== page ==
To say that Luke Ford’s winter and spring has been exciting would be an understatement.
The 6-foot-7, 250-pound Carterville junior had just one football scholarship offer in early January. But after turning heads at the U.S. Army National Combine in San Antonio, Ford blew up.
In mid-March, Ford verbally committed to play for Bret Bielema at the University of Arkansas, which was one of his 21 accepted scholarship offers.
“We met the coaches that night for dinner and talked with them, and I loved the coaches,” Ford said. “The next day it just blew me away. The SEC facilities were just out of this world. Coach Bielema was such a cool dude and a real guy. We got along really great.”
Although Ford had offers from plenty of the big boys, including Alabama, Florida and Georgia, the opportunity to play for a university that consistently puts its tight ends in the NFL was too good pass up.
“I knew it was the right fit for me, especially at the tight end position,” Ford said. “Me being kind of selfish, they’re throwing to the tight ends for 3,000 yards, and the next closest team was I think like 1,000 yards. I want to try to make an impact my freshman year, and I think they think I can do that. All of those factors combined is why I wanted to go there.”
The fact that he won’t lose his five-year scholarship if he gets injured before he even gets to Fayetteville was another key factor in Ford’s decision.
“It takes all the pressure off of me,” Ford said. “For one, with my commitment, I could get hurt in any sport, and I would still have my full ride scholarship. That was a big thing for me. I could be kicking a can down the street and break my leg, and I’ve still got a full ride. I wake up every morning and know I made the right decision. It is ‘Tight End U’, that’s definitely how I see it.”
For a couple of months, Ford’s phone wouldn’t stop ringing. Coaches from Power Five schools were all over the Carterville junior. It was hectic to say the least.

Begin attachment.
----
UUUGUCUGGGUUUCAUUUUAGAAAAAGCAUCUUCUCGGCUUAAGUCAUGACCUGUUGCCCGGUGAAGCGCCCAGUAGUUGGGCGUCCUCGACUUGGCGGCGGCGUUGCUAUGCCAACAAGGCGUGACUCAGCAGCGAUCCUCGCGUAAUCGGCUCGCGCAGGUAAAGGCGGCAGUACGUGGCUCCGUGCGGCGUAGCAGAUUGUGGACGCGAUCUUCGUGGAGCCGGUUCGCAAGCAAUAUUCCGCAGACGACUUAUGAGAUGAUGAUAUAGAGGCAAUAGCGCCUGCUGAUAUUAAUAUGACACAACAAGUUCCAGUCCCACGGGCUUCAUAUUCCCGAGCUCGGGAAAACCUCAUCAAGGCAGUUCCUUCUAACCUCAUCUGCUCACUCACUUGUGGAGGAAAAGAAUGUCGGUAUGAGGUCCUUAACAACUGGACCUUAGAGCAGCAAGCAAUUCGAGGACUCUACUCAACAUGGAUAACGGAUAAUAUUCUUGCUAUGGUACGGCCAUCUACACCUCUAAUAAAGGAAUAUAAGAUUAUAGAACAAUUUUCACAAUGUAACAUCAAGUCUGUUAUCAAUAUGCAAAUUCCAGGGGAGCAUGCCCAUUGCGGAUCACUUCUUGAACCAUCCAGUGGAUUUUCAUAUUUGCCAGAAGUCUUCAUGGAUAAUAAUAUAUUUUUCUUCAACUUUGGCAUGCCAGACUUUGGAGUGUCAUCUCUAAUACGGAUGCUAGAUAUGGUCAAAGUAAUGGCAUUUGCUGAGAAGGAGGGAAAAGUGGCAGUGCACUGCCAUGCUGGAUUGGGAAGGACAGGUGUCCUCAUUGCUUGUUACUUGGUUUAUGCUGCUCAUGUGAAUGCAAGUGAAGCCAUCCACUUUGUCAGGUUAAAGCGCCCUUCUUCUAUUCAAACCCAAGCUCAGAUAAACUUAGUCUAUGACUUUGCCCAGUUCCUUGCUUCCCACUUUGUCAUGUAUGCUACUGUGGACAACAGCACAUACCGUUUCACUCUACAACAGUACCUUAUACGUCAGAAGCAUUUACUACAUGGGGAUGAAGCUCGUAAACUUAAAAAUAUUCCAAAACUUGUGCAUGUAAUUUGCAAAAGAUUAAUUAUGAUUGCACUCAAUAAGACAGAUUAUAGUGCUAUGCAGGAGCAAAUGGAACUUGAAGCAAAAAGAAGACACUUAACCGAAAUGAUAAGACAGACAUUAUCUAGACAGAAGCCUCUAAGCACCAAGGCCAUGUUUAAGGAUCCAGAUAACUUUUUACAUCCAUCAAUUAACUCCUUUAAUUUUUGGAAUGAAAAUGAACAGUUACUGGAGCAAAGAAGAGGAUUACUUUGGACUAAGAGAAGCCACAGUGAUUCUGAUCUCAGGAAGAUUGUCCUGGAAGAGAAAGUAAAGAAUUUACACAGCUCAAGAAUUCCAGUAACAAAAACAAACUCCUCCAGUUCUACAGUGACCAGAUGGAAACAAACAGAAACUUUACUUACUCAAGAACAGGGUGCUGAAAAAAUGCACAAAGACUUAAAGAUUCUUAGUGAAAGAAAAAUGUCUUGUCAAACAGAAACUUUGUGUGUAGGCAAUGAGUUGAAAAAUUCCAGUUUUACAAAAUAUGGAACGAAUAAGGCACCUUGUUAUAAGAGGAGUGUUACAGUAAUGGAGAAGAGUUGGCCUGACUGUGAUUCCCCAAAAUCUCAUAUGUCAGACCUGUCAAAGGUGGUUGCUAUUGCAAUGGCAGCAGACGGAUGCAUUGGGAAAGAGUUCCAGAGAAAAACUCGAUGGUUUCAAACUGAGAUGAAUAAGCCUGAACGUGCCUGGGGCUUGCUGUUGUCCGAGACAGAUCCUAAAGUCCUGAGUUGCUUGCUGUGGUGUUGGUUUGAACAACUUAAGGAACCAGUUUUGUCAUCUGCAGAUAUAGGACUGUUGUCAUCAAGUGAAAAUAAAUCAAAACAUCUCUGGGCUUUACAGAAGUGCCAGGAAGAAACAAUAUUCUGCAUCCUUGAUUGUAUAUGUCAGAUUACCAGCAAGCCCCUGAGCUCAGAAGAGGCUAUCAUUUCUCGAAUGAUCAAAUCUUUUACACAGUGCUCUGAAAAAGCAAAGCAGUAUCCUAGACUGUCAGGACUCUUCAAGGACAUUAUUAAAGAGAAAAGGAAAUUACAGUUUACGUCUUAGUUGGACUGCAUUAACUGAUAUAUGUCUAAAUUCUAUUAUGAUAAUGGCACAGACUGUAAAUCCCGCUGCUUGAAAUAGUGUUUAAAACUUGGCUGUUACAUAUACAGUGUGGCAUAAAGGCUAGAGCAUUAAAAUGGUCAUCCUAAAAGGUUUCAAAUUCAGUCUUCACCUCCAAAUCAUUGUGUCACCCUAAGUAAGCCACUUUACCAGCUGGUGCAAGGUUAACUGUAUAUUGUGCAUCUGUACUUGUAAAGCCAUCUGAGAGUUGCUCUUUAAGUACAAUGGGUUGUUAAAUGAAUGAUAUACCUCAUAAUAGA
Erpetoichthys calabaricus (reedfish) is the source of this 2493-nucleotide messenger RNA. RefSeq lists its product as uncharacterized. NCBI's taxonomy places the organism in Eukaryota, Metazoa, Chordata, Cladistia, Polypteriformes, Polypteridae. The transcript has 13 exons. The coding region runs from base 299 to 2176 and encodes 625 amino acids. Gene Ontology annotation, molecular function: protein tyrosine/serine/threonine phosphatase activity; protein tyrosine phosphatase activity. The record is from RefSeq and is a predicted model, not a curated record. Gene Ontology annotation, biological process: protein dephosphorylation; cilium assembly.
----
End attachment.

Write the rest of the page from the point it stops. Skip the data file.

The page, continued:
“It was overwhelming, but I’m humbled by it and extremely blessed,” Ford said. “It was my dream and probably just every kid’s dream, watching college football my freshman year and thinking I wanted to go out there and do that. I’m just going to keep working hard. Thankfully, I have my mom, my dad and my brother to back me up.”
Ford’s older brother, Noah, plays football for Nick Hill at SIU, which was the first school to offer a scholarship. Arkansas was the second university to do the same.
“The Arkansas assistant coaches came to a basketball practice, and they called me that night on their way home and gave me the offer,” Ford said. “The next day, I face timed their whole coaching staff, and I was super stoked. They basically went out on a limb for me because I only had the one offer at the time. Having an SEC school offer me was pretty crazy.”
Even though Ford had already committed to be a Razorback, LSU offered him a scholarship earlier this month. Arkansas being the first Power Five school to offer made a difference as well.
“They said they were debating on whether to give me an offer or not,” Ford said of the Arkansas coaching staff. “They said I was good enough to get the offer, but they wanted me to be a secret. But they said they thought I was going to blow up either way.”
There were plenty of memorable moments for Ford during the recruiting process, including a phone call from Alabama head coach Nick Saban, who has a handful of national championships on his resume.
“We had about a 20-minute conversation, and he talked about how they should have been throwing more to their tight ends,” Ford recalled. “But with their past record of not throwing to the tight ends much, I couldn’t go there.”
The University of Illinois was very high on Ford’s list of schools he wanted to play for. A visit from former Chicago Bears head coach and current Illini coach, Lovie Smith, was a highlight for Ford.
“He came to school and talked to me and my coaches,” Ford said. “He just kind of hung out for a day at Carterville, and it was pretty sweet. He’s an awesome guy and genuine and humble. Basically, any trait you can think of that’s good would describe him. I liked him a lot.”
Barring something unforeseen happening, Ford is all in with Arkansas.
“Michigan and Ohio State, along with about 10 other schools, are coming down to my high school this spring,” Ford said. “But right now, I’m fully committed to Arkansas unless coaches change or any NCAA sanctions happen.”
Ford will show what’s he got at The Opening Finals, which is held at Nike World Headquarters in Beaverton, Oregon, this summer. The top 166 football players in the country get to showcase their skills at this prestigious event.
“I’m still kind of in shock, and it all happened so quick,” Ford said. “But I’m really excited and happy and thankful for it. I’m truly blessed.”